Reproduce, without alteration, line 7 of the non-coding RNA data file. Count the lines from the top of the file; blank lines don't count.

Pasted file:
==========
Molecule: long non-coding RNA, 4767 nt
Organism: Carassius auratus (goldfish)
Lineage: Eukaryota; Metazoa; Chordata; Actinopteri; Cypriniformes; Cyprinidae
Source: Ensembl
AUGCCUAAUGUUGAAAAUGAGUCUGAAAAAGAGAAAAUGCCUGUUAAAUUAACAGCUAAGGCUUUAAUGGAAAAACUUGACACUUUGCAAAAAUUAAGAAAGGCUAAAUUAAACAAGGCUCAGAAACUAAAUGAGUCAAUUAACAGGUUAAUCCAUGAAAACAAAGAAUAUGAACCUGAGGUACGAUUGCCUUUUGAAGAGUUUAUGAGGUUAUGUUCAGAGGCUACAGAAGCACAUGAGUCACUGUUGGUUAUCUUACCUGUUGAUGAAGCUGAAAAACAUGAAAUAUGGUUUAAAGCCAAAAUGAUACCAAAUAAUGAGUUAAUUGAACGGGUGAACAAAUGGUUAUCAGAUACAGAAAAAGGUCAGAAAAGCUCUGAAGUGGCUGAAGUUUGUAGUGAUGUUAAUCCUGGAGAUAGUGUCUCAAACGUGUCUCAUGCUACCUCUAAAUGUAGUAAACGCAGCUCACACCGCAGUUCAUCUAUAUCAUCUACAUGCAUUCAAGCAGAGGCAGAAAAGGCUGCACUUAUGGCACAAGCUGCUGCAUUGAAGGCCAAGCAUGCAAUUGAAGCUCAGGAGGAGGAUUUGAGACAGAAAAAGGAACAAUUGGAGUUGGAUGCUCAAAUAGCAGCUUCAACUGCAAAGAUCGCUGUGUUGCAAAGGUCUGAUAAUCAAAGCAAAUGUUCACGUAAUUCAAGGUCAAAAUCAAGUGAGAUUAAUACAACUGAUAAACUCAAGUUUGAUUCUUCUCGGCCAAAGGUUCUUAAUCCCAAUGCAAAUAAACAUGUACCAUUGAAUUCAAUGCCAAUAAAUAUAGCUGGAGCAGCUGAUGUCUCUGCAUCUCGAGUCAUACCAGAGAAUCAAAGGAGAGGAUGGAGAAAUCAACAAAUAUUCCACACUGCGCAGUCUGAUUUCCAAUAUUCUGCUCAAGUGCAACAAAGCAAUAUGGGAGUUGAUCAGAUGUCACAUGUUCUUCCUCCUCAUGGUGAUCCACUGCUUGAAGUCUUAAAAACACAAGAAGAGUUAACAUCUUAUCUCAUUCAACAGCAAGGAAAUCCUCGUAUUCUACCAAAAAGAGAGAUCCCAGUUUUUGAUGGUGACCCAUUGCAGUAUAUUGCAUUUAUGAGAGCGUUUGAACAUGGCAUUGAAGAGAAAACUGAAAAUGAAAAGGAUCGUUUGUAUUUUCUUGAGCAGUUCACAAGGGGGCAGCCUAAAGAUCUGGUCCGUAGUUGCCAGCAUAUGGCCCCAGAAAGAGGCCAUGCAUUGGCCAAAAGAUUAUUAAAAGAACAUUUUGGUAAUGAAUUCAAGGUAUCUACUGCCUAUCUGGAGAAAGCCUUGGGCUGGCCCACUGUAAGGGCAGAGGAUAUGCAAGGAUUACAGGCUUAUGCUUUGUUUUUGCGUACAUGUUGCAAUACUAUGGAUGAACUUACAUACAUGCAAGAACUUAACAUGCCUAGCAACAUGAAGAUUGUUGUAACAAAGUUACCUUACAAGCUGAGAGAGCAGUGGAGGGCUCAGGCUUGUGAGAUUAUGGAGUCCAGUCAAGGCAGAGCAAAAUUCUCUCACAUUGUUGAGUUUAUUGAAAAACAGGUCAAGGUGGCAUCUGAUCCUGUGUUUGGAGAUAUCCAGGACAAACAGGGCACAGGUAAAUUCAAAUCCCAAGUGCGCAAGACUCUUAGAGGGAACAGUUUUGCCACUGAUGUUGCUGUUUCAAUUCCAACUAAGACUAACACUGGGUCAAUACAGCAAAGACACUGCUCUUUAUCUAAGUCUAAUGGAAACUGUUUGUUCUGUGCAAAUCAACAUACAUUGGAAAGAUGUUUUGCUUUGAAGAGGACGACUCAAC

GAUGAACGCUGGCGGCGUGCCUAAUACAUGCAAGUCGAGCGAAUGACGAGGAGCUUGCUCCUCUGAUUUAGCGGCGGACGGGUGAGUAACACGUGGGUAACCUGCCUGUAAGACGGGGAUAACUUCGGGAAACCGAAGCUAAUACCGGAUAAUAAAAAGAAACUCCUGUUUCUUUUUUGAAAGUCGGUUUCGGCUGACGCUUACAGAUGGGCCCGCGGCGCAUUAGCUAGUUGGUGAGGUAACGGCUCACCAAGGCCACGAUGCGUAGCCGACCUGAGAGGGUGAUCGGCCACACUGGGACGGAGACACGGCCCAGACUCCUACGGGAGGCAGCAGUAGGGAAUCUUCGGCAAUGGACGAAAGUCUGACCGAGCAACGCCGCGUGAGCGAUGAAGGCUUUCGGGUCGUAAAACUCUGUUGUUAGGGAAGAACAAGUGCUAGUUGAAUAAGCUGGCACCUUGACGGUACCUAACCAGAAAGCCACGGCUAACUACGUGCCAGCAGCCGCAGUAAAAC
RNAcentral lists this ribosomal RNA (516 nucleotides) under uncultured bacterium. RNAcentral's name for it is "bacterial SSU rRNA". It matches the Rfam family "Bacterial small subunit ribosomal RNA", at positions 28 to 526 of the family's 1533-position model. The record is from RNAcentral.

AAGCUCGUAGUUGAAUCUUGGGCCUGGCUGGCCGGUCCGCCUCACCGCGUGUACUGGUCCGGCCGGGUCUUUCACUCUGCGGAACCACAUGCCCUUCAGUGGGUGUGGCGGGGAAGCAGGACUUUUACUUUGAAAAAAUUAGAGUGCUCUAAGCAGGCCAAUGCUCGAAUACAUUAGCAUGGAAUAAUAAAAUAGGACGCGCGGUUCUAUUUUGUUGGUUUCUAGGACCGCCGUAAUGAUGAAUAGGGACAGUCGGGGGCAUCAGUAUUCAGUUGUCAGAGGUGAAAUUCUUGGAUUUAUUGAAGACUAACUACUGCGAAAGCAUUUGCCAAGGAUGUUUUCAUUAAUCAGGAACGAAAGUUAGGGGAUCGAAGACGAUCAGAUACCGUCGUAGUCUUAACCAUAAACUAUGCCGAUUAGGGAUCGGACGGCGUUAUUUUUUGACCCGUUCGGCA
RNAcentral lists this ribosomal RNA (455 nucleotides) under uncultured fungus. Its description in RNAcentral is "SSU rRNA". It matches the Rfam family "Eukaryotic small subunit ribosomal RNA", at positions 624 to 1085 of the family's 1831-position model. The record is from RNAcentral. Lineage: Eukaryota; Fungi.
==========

RNAcentral lists this ribosomal RNA (516 nucleotides) under uncultured bacterium. RNAcentral's name for it is "bacterial SSU rRNA". It matches the Rfam family "Bacterial small subunit ribosomal RNA", at positions 28 to 526 of the family's 1533-position model. The record is from RNAcentral.